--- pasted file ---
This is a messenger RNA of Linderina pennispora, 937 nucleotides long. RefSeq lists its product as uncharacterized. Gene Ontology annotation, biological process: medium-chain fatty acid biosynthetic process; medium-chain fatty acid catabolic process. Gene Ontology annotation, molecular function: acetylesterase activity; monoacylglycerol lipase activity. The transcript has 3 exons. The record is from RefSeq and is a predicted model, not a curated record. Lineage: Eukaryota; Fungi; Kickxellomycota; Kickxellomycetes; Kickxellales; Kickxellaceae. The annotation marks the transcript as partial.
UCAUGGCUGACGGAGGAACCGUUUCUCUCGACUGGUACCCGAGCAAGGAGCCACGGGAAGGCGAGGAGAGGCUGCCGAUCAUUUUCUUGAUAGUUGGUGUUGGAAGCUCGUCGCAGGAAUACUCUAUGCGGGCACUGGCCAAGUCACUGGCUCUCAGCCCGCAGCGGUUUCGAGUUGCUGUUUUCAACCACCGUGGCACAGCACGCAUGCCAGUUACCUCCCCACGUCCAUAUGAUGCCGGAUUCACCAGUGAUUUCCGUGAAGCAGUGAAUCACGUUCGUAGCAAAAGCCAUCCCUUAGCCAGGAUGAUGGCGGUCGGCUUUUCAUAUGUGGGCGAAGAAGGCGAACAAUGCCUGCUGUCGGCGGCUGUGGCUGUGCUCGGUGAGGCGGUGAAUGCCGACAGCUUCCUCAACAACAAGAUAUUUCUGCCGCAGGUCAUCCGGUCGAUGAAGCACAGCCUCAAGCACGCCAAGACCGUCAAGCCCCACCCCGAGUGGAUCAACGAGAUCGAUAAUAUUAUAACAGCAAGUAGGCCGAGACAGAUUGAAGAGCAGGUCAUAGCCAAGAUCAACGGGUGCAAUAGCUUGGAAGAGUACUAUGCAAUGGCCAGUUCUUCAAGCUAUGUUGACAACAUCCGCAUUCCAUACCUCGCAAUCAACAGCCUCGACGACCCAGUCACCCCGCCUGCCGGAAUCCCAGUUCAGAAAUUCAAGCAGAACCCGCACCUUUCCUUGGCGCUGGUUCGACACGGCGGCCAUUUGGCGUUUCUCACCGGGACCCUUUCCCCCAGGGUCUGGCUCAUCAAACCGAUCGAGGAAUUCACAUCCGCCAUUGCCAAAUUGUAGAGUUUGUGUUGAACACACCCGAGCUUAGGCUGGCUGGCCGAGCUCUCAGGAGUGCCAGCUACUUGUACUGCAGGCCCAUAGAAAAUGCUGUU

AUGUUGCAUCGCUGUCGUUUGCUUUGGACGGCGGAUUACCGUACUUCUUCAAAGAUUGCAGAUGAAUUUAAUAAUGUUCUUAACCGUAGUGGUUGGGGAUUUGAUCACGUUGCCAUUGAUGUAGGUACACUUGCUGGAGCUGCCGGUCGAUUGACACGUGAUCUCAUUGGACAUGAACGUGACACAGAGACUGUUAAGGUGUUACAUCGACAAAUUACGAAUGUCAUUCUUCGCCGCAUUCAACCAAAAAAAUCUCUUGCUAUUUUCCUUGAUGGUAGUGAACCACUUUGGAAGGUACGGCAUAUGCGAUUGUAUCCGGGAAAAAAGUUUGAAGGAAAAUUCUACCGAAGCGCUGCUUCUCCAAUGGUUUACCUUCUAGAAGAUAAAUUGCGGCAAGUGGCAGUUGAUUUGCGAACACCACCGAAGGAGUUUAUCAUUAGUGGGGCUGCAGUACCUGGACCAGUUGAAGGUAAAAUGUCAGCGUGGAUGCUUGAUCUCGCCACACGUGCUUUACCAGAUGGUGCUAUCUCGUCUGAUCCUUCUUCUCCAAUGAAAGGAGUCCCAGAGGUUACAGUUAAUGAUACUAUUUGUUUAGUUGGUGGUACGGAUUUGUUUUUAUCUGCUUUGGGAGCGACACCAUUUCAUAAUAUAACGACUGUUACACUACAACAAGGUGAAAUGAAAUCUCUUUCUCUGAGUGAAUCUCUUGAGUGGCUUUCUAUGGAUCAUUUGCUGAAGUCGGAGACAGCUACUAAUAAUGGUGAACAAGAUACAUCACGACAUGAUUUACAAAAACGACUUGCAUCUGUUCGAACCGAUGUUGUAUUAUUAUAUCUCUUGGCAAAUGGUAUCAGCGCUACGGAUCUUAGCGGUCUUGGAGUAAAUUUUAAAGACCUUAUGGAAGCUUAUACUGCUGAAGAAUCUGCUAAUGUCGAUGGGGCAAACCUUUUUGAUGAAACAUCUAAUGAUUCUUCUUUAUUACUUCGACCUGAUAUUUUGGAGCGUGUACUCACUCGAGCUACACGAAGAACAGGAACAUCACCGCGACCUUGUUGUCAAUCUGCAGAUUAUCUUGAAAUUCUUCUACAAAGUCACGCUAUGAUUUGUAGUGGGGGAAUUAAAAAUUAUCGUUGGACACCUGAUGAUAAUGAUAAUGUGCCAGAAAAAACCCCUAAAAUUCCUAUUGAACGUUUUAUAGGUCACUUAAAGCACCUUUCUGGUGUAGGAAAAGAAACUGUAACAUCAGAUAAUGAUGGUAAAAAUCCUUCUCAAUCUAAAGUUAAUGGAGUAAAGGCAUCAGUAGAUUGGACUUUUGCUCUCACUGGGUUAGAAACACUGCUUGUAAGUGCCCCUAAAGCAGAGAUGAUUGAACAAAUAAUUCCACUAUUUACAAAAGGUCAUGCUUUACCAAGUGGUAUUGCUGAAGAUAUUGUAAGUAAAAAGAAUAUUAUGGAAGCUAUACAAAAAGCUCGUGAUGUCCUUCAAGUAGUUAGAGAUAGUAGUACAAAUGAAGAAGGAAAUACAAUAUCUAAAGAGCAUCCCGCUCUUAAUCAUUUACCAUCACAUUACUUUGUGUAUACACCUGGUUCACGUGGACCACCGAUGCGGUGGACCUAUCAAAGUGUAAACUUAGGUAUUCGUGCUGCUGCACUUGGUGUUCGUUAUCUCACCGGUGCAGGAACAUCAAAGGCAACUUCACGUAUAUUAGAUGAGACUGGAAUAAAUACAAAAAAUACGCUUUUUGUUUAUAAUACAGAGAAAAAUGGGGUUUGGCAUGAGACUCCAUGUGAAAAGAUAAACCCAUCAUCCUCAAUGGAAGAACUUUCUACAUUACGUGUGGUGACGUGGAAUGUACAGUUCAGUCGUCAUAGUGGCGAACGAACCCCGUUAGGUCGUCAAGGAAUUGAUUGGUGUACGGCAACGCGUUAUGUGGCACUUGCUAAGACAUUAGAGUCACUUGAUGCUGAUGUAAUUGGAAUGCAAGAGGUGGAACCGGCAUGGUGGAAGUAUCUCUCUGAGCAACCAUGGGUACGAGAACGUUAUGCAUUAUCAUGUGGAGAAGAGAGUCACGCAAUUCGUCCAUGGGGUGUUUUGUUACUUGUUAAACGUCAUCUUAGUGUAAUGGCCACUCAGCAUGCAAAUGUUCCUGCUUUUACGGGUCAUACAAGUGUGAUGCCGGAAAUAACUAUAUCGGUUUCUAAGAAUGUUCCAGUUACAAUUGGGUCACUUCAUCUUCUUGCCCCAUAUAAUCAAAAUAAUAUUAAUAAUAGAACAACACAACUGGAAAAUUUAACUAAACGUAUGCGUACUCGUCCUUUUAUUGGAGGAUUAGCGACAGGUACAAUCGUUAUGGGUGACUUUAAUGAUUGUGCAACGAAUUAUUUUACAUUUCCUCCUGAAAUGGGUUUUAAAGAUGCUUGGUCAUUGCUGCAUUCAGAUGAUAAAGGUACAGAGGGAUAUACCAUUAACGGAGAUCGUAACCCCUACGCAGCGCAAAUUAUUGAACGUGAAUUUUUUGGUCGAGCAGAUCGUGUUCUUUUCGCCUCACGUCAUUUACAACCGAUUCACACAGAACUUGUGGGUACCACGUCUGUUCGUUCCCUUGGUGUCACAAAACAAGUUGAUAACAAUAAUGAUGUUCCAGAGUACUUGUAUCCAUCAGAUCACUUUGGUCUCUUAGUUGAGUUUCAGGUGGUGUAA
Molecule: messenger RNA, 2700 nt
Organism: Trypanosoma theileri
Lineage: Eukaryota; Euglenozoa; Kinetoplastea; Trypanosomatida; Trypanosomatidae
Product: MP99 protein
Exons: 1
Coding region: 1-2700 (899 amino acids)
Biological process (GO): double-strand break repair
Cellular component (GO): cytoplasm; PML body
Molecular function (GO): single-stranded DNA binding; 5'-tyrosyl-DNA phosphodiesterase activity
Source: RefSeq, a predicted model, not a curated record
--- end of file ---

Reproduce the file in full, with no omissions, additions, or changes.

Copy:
This is a messenger RNA of Linderina pennispora, 937 nucleotides long. RefSeq lists its product as uncharacterized. Gene Ontology annotation, biological process: medium-chain fatty acid biosynthetic process; medium-chain fatty acid catabolic process. Gene Ontology annotation, molecular function: acetylesterase activity; monoacylglycerol lipase activity. The transcript has 3 exons. The record is from RefSeq and is a predicted model, not a curated record. Lineage: Eukaryota; Fungi; Kickxellomycota; Kickxellomycetes; Kickxellales; Kickxellaceae. The annotation marks the transcript as partial.
UCAUGGCUGACGGAGGAACCGUUUCUCUCGACUGGUACCCGAGCAAGGAGCCACGGGAAGGCGAGGAGAGGCUGCCGAUCAUUUUCUUGAUAGUUGGUGUUGGAAGCUCGUCGCAGGAAUACUCUAUGCGGGCACUGGCCAAGUCACUGGCUCUCAGCCCGCAGCGGUUUCGAGUUGCUGUUUUCAACCACCGUGGCACAGCACGCAUGCCAGUUACCUCCCCACGUCCAUAUGAUGCCGGAUUCACCAGUGAUUUCCGUGAAGCAGUGAAUCACGUUCGUAGCAAAAGCCAUCCCUUAGCCAGGAUGAUGGCGGUCGGCUUUUCAUAUGUGGGCGAAGAAGGCGAACAAUGCCUGCUGUCGGCGGCUGUGGCUGUGCUCGGUGAGGCGGUGAAUGCCGACAGCUUCCUCAACAACAAGAUAUUUCUGCCGCAGGUCAUCCGGUCGAUGAAGCACAGCCUCAAGCACGCCAAGACCGUCAAGCCCCACCCCGAGUGGAUCAACGAGAUCGAUAAUAUUAUAACAGCAAGUAGGCCGAGACAGAUUGAAGAGCAGGUCAUAGCCAAGAUCAACGGGUGCAAUAGCUUGGAAGAGUACUAUGCAAUGGCCAGUUCUUCAAGCUAUGUUGACAACAUCCGCAUUCCAUACCUCGCAAUCAACAGCCUCGACGACCCAGUCACCCCGCCUGCCGGAAUCCCAGUUCAGAAAUUCAAGCAGAACCCGCACCUUUCCUUGGCGCUGGUUCGACACGGCGGCCAUUUGGCGUUUCUCACCGGGACCCUUUCCCCCAGGGUCUGGCUCAUCAAACCGAUCGAGGAAUUCACAUCCGCCAUUGCCAAAUUGUAGAGUUUGUGUUGAACACACCCGAGCUUAGGCUGGCUGGCCGAGCUCUCAGGAGUGCCAGCUACUUGUACUGCAGGCCCAUAGAAAAUGCUGUU

AUGUUGCAUCGCUGUCGUUUGCUUUGGACGGCGGAUUACCGUACUUCUUCAAAGAUUGCAGAUGAAUUUAAUAAUGUUCUUAACCGUAGUGGUUGGGGAUUUGAUCACGUUGCCAUUGAUGUAGGUACACUUGCUGGAGCUGCCGGUCGAUUGACACGUGAUCUCAUUGGACAUGAACGUGACACAGAGACUGUUAAGGUGUUACAUCGACAAAUUACGAAUGUCAUUCUUCGCCGCAUUCAACCAAAAAAAUCUCUUGCUAUUUUCCUUGAUGGUAGUGAACCACUUUGGAAGGUACGGCAUAUGCGAUUGUAUCCGGGAAAAAAGUUUGAAGGAAAAUUCUACCGAAGCGCUGCUUCUCCAAUGGUUUACCUUCUAGAAGAUAAAUUGCGGCAAGUGGCAGUUGAUUUGCGAACACCACCGAAGGAGUUUAUCAUUAGUGGGGCUGCAGUACCUGGACCAGUUGAAGGUAAAAUGUCAGCGUGGAUGCUUGAUCUCGCCACACGUGCUUUACCAGAUGGUGCUAUCUCGUCUGAUCCUUCUUCUCCAAUGAAAGGAGUCCCAGAGGUUACAGUUAAUGAUACUAUUUGUUUAGUUGGUGGUACGGAUUUGUUUUUAUCUGCUUUGGGAGCGACACCAUUUCAUAAUAUAACGACUGUUACACUACAACAAGGUGAAAUGAAAUCUCUUUCUCUGAGUGAAUCUCUUGAGUGGCUUUCUAUGGAUCAUUUGCUGAAGUCGGAGACAGCUACUAAUAAUGGUGAACAAGAUACAUCACGACAUGAUUUACAAAAACGACUUGCAUCUGUUCGAACCGAUGUUGUAUUAUUAUAUCUCUUGGCAAAUGGUAUCAGCGCUACGGAUCUUAGCGGUCUUGGAGUAAAUUUUAAAGACCUUAUGGAAGCUUAUACUGCUGAAGAAUCUGCUAAUGUCGAUGGGGCAAACCUUUUUGAUGAAACAUCUAAUGAUUCUUCUUUAUUACUUCGACCUGAUAUUUUGGAGCGUGUACUCACUCGAGCUACACGAAGAACAGGAACAUCACCGCGACCUUGUUGUCAAUCUGCAGAUUAUCUUGAAAUUCUUCUACAAAGUCACGCUAUGAUUUGUAGUGGGGGAAUUAAAAAUUAUCGUUGGACACCUGAUGAUAAUGAUAAUGUGCCAGAAAAAACCCCUAAAAUUCCUAUUGAACGUUUUAUAGGUCACUUAAAGCACCUUUCUGGUGUAGGAAAAGAAACUGUAACAUCAGAUAAUGAUGGUAAAAAUCCUUCUCAAUCUAAAGUUAAUGGAGUAAAGGCAUCAGUAGAUUGGACUUUUGCUCUCACUGGGUUAGAAACACUGCUUGUAAGUGCCCCUAAAGCAGAGAUGAUUGAACAAAUAAUUCCACUAUUUACAAAAGGUCAUGCUUUACCAAGUGGUAUUGCUGAAGAUAUUGUAAGUAAAAAGAAUAUUAUGGAAGCUAUACAAAAAGCUCGUGAUGUCCUUCAAGUAGUUAGAGAUAGUAGUACAAAUGAAGAAGGAAAUACAAUAUCUAAAGAGCAUCCCGCUCUUAAUCAUUUACCAUCACAUUACUUUGUGUAUACACCUGGUUCACGUGGACCACCGAUGCGGUGGACCUAUCAAAGUGUAAACUUAGGUAUUCGUGCUGCUGCACUUGGUGUUCGUUAUCUCACCGGUGCAGGAACAUCAAAGGCAACUUCACGUAUAUUAGAUGAGACUGGAAUAAAUACAAAAAAUACGCUUUUUGUUUAUAAUACAGAGAAAAAUGGGGUUUGGCAUGAGACUCCAUGUGAAAAGAUAAACCCAUCAUCCUCAAUGGAAGAACUUUCUACAUUACGUGUGGUGACGUGGAAUGUACAGUUCAGUCGUCAUAGUGGCGAACGAACCCCGUUAGGUCGUCAAGGAAUUGAUUGGUGUACGGCAACGCGUUAUGUGGCACUUGCUAAGACAUUAGAGUCACUUGAUGCUGAUGUAAUUGGAAUGCAAGAGGUGGAACCGGCAUGGUGGAAGUAUCUCUCUGAGCAACCAUGGGUACGAGAACGUUAUGCAUUAUCAUGUGGAGAAGAGAGUCACGCAAUUCGUCCAUGGGGUGUUUUGUUACUUGUUAAACGUCAUCUUAGUGUAAUGGCCACUCAGCAUGCAAAUGUUCCUGCUUUUACGGGUCAUACAAGUGUGAUGCCGGAAAUAACUAUAUCGGUUUCUAAGAAUGUUCCAGUUACAAUUGGGUCACUUCAUCUUCUUGCCCCAUAUAAUCAAAAUAAUAUUAAUAAUAGAACAACACAACUGGAAAAUUUAACUAAACGUAUGCGUACUCGUCCUUUUAUUGGAGGAUUAGCGACAGGUACAAUCGUUAUGGGUGACUUUAAUGAUUGUGCAACGAAUUAUUUUACAUUUCCUCCUGAAAUGGGUUUUAAAGAUGCUUGGUCAUUGCUGCAUUCAGAUGAUAAAGGUACAGAGGGAUAUACCAUUAACGGAGAUCGUAACCCCUACGCAGCGCAAAUUAUUGAACGUGAAUUUUUUGGUCGAGCAGAUCGUGUUCUUUUCGCCUCACGUCAUUUACAACCGAUUCACACAGAACUUGUGGGUACCACGUCUGUUCGUUCCCUUGGUGUCACAAAACAAGUUGAUAACAAUAAUGAUGUUCCAGAGUACUUGUAUCCAUCAGAUCACUUUGGUCUCUUAGUUGAGUUUCAGGUGGUGUAA
Molecule: messenger RNA, 2700 nt
Organism: Trypanosoma theileri
Lineage: Eukaryota; Euglenozoa; Kinetoplastea; Trypanosomatida; Trypanosomatidae
Product: MP99 protein
Exons: 1
Coding region: 1-2700 (899 amino acids)
Biological process (GO): double-strand break repair
Cellular component (GO): cytoplasm; PML body
Molecular function (GO): single-stranded DNA binding; 5'-tyrosyl-DNA phosphodiesterase activity
Source: RefSeq, a predicted model, not a curated record